What it’s really like to have unlimited leave
WHILE many Aussies will have to cash in a day of annual leave - or fake a sickie - to make this Australia Day a four day-er, those lucky few who work for companies with unlimited leave policies won't hesitate to take it off.
Netflix kicked off the trend in 2004, and since then a suite of forward-thinking corporations like Virgin Management and LinkedIn in the US have followed suit in a bid to attract quality staff and repay team members for their loyalty.
But despite the fact it sounds like you could follow an endless summer, in practice it's not quite that simple.
According to the Society for Human Resource Management (SHRM), one per cent of US companies now offer unlimited leave but employees generally don't seem to take any more time off than the usual allocated amount.
"From all the things we are seeing and companies we talk to, it seems to indicate that employees are not taking any more or less [vacation days]," Bruce Elliot from SHRM told Fortune.
"Employees might think, 'This is great and wonderful to take as much time as we want. But the question is, how much can I take now?'"
Online dating site eHarmony have just announced their Australian staff can now enjoy unlimited annual leave, and managing director Nicole McInnes told news.com.au the policy was met with more questions than smiles at first.
"It sounds like you could take a year off, but you can't," she says.
"Even my most junior staff were like, 'We know we have to get our work done' so it was nice to see the responsibility kick in almost immediately."
The fact is, if you push the boundaries, you'll likely limit your chances of a promotion, and if you're never around there's a good chance you'll reduce your capacity for networking with your superiors and positioning yourself for a coveted role.
At any rate, McInnes says eHarmony management will still retain approval over leave requests and people won't be able to take eight-week chunks off.
"We are a small team and it would be too hard to cover it," she says.
"I'm thinking that instead of taking one week in the middle of the year, I'll do two, and will take ad hoc leave without worrying about running out."
McInnes says another bonus is that you don't have the angst of asking for the odd day off to move house, go to the dentist or look after your kids on school holidays - plus doing so won't mean cutting a later holiday short.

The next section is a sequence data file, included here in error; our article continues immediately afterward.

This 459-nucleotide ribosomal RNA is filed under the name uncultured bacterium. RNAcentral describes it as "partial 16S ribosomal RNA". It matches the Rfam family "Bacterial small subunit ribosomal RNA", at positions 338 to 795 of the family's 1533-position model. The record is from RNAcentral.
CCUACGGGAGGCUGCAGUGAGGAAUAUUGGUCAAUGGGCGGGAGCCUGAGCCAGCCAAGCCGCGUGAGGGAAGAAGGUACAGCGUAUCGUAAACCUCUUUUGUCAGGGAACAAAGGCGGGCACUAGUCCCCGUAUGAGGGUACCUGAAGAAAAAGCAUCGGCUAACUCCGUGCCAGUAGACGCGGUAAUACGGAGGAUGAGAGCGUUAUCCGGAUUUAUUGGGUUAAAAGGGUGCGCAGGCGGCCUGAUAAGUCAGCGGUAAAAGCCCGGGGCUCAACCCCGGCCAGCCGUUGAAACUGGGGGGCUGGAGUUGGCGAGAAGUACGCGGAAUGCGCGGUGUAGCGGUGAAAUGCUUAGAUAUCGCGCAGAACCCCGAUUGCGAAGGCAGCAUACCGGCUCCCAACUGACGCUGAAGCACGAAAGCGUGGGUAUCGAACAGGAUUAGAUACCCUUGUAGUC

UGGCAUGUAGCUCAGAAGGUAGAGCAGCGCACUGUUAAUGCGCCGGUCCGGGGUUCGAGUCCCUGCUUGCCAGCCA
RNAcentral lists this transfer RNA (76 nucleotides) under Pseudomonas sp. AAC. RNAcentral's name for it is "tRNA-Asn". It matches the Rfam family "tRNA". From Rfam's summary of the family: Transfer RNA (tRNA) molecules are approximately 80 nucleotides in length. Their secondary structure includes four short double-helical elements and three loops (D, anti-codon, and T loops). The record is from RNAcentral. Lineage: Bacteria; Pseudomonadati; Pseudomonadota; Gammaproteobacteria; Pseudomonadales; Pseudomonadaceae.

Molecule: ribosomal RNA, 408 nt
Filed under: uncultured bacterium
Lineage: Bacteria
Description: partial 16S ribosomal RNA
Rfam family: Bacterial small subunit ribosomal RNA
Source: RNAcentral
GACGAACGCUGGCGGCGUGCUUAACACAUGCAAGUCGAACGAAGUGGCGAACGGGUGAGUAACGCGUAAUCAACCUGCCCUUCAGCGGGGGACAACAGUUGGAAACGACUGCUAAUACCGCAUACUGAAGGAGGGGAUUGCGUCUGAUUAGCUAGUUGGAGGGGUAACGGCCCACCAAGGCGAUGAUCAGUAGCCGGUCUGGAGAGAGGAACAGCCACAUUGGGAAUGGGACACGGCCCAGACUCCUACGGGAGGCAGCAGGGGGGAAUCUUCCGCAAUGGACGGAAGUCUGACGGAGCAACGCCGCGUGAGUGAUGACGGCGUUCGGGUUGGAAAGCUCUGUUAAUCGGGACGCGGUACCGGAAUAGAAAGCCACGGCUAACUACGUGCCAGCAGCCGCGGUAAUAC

"There is a shift towards understanding that productivity and contentment in the workplace is linked," she says.
"All the psychological textbooks say that if you want people to behave in a certain way then you have to treat them like they are already there - so if you want trust from somebody, you have to trust them."
Melburnian Elsa James is working for a New York ad agency who also offer unlimited leave and says that it doesn't mean holidays every second week - in fact, staff rarely take more than four weeks in a year.
"In New York, people will take a week at a time - the culture isn't really to take long holidays or lots of holidays," James told news.com.au.
James says that you have to be thoughtful and reasonable if you're planning to go away, so she usually takes a Christmas break, two weeks midyear to come back to Melbourne and a couple of long weekends throughout the year.
"I don't think unlimited leave necessarily means 'take a huge amount more leave'," she says.
"I haven't seen anyone abuse the unlimited leave here, but I wonder if that's connected to the culture. Like any good relationship, when you're onto a good thing, you do everything in your power to not abuse that respect and trust."
Andrew Jewell, principal lawyer at McDonald Murholme, told news.com.au that staff ought to ask their employer to clearly articulate their unlimited annual leave policy.
"From an employee's perspective it would appear that the policy is all positive, however the downside may be that employees are reluctant to take additional leave when offered," he points out.
"From a legal perspective, the additional leave may not have the same protections as annual leave, meaning an employer may be able to dismiss employees for taking additional leave."
Jewell says that the quickest way to eliminate an unlimited leave policy would be if employees abused the system, so the onus is on staff to use it wisely so they can keep cashing in on a bit more downtime.
"Organisations have realised that if they keep employees really happy and content then they are actually going to give more back to the company - it's a give and take situation," McInnes adds.
"For me [this policy] is about freedom. It doesn't mean you can take two or three months off at a go because that puts your colleagues under too much pressure. I think it means an extra two-week holiday a year."
And we doubt anyone who's used to four weeks annual leave would complain about that!